Whitewash Review

Whitewash

Whitewash is an ambitious, if decidedly problematic debut Canadian feature that’s arriving in theatres at the perfect time. This cold weather chiller follows in the survivalist footsteps of films like All is Lost and Gravity where a single person will have their mental and physical toughness challenged beyond the breaking point, and just like those films it comes with a great leading performance from Thomas Hayden Church. Sadly, the only really interesting thing other than Church and some stunning cinematography is a fractured plot structure that tries almost too desperately to mask that there isn’t a heck of a lot going on.

Bruce (Church), a widowed, alcoholic, and unemployable plow operator in rural Northern Quebec loses it one night and goes for a joyride in the middle of a blizzard in the machine he’s been legally barred from operating. In one of his drunken stupors, he runs a man over, played by Marc Lebreche. The man he hits was someone recently made homeless and suicidal that was crashing on Bruce’s couch and was growing increasingly sketchy. In a panic, Bruce ditches the body in the woods among some accumulating snow drifts, and then proceeds to get so blackout drunk that he strands his plow in the middle of the Quebec wilderness with little hope of getting it unstuck on his own. His survival depends on his ability to walk back to town many, many miles to survive, but every time he returns to civilization, he retreats back to the woods to keep his vehicular manslaughter a secret.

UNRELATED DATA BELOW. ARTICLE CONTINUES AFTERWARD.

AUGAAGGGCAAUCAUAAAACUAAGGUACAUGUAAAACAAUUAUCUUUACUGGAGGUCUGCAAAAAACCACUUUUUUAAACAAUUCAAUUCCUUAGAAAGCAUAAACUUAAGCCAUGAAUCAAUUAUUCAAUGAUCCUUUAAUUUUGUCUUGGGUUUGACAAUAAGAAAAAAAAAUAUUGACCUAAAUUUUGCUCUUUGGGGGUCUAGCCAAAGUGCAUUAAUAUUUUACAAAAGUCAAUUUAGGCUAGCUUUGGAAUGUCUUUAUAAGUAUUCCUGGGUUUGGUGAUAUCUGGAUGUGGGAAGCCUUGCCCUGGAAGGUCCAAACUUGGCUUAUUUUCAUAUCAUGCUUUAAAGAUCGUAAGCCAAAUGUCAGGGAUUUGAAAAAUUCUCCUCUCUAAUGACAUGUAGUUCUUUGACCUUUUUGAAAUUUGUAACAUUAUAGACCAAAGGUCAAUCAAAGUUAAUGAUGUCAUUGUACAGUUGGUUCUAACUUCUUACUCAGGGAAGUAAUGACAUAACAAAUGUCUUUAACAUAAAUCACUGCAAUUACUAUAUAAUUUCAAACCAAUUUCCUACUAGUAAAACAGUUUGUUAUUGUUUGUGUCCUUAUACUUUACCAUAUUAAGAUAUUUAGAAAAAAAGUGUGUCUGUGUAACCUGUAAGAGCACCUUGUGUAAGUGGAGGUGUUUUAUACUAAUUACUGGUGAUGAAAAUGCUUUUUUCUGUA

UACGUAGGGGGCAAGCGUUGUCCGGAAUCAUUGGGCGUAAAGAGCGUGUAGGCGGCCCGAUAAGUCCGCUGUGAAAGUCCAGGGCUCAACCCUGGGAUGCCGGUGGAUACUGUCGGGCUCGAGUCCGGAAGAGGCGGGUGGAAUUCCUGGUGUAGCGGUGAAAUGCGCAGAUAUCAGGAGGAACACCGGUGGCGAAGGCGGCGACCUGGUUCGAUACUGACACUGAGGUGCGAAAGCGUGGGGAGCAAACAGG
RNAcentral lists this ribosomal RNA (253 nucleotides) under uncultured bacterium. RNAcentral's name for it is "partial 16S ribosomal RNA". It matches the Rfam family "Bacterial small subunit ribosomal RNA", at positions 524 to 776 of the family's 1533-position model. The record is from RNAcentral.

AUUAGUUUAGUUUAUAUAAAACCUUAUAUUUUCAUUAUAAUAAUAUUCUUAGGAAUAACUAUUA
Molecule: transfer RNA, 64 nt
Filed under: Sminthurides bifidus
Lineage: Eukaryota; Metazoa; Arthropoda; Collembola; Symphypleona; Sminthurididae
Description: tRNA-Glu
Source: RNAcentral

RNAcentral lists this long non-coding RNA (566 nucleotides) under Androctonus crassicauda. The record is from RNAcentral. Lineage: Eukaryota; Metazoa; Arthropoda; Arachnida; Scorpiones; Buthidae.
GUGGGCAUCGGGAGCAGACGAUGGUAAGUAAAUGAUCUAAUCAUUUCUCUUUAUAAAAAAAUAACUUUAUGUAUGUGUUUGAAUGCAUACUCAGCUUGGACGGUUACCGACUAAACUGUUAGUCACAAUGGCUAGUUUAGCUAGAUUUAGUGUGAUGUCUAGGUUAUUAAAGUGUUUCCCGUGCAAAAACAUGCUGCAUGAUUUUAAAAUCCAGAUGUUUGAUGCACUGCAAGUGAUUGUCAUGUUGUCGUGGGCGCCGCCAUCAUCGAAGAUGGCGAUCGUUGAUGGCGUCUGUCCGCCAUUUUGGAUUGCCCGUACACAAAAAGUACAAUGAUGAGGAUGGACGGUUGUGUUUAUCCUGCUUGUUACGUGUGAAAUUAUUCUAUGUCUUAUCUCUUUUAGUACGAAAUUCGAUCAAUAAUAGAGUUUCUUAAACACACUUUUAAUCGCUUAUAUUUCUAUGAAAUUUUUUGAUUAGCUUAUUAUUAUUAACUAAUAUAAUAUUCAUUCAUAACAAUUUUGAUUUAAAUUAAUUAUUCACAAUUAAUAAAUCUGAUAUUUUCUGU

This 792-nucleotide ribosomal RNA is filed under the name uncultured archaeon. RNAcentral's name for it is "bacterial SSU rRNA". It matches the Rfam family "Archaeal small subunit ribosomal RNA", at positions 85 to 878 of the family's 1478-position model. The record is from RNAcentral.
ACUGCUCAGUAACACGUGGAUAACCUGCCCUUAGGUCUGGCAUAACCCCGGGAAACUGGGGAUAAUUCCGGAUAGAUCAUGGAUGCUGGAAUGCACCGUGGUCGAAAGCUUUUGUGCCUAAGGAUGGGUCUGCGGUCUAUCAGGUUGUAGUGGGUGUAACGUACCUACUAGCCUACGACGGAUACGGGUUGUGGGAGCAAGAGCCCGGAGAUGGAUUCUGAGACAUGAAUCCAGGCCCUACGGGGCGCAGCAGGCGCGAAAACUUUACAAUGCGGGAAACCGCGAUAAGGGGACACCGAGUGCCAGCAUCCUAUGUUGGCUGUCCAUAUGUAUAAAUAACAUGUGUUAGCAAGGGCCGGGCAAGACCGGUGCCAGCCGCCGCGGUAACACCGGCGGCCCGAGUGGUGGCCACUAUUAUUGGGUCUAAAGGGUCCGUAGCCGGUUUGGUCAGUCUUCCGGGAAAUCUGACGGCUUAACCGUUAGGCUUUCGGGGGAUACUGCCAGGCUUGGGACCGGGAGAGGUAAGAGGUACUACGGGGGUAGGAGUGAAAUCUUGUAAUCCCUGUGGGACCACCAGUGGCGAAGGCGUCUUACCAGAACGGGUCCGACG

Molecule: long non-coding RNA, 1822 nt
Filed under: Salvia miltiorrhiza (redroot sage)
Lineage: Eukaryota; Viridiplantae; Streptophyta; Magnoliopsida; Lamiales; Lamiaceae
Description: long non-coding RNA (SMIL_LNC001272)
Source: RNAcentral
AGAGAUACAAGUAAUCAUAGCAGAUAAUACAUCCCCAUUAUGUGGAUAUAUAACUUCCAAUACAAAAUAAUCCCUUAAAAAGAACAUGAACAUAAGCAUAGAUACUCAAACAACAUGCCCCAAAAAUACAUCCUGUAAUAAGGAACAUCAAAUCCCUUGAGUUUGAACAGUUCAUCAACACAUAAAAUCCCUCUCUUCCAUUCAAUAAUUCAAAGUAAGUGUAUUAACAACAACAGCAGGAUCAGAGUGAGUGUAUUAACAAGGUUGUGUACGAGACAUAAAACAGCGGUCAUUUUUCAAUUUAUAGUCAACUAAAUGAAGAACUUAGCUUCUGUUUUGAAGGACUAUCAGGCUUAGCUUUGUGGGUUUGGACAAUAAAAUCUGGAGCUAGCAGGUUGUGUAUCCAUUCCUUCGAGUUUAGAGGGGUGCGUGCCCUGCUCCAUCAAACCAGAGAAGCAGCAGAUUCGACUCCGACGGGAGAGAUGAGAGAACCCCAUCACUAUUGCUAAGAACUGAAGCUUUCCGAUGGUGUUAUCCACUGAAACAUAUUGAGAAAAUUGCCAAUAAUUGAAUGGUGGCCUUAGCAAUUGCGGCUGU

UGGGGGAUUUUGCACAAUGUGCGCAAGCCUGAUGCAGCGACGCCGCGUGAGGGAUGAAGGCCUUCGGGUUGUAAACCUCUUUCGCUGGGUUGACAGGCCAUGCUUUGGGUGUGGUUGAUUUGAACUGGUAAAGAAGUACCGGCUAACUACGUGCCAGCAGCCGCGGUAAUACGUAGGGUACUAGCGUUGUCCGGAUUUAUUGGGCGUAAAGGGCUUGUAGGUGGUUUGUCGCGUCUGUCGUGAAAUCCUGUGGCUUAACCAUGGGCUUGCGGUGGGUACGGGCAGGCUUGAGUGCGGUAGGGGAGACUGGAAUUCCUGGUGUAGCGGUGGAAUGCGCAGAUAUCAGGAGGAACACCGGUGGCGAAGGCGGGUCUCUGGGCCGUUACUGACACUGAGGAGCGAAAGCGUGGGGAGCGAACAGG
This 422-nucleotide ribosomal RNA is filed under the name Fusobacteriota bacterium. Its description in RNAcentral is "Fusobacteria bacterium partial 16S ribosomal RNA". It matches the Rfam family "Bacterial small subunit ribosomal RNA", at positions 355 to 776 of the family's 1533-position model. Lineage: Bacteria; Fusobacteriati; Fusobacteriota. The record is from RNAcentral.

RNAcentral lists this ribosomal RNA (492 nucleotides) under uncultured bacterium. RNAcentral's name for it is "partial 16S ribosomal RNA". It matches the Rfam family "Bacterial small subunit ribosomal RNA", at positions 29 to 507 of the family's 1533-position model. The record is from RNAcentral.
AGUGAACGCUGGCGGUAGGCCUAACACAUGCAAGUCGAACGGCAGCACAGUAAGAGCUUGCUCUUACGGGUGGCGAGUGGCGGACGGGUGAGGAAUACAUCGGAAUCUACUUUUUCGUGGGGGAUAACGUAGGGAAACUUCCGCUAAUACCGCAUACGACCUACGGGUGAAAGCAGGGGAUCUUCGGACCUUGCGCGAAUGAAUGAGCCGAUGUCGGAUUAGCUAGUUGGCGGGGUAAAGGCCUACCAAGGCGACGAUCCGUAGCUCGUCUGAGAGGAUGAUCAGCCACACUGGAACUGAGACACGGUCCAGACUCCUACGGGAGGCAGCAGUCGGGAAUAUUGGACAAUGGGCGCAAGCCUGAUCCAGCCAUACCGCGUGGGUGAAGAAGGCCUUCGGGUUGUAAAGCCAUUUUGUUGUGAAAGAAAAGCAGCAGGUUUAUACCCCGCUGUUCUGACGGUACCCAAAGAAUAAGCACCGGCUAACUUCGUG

Yesterday, Whitewash was announced as the recipient of the Claude Jutra Award for Best First Feature for this year’s Canadian Screen Awards, and it isn’t too much of a stretch to see why Emanuel Hoss-Desmarais was awarded the distinction for his direction. Individual scenes within the film are quite well done, filmed with a snowbound, Hitchcockian eye for human weakness and suspense. When Bruce is left to his own devices, Desmarais isn’t resorting to bombastic set pieces to show the man’s descent into madness or to underscore how his life is in peril. When Bruce has to make periodic returns for food and supplies before every aborted attempt to free his plow, Desmarais and Church do a great job of showing a man in the midst of a psychotic break from reality; a standoffish sense of self-preservation that’s doing him more harm than help.

Church’s understated performance here also goes quite a long way. In flashbacks designed to show the events of the days leading up to the death of his former houseguest, Bruce becomes a sympathetic drunkard. He’s a man that despite all of his faults and obstinacy was just trying to do a good deed for a fellow down-on-his-luck soul and is eventually made to pay for his kindness (albeit through a somewhat suspect and questionable plot device that works more on an emotional level than on a logical one). Also good and nominated at the Canadian Screen Awards for Best Supporting Actor is Lebreche as the depressed hustler desperate for survival in his own way.

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As the film goes on, however, problems start arising because it becomes more and more illogical and increasingly repetitive in trying to come up with ways to keep Bruce stranded. It becomes more of a distancing movie where Church can’t do much more than act really cold and pained, and it comes with a distinct lack of subtext because after about an hour, Desmarais has run out of backstory that he can keep flashing back to. It’s these moments that are saved by the work of Church and cinematographer Andre Turpin (Incendies, Tom at the Farm) because Desmarias is in over his head. This final act dullness just as things should be wrapping up less conveniently and shrug-worthy than they end up being retroactively proves that the rest of the film didn’t have enough to say to sustain a feature length. It’s a shame because it’s two-thirds of a pretty great film that shoots itself in the foot by wearing out its welcome a bit too quickly.

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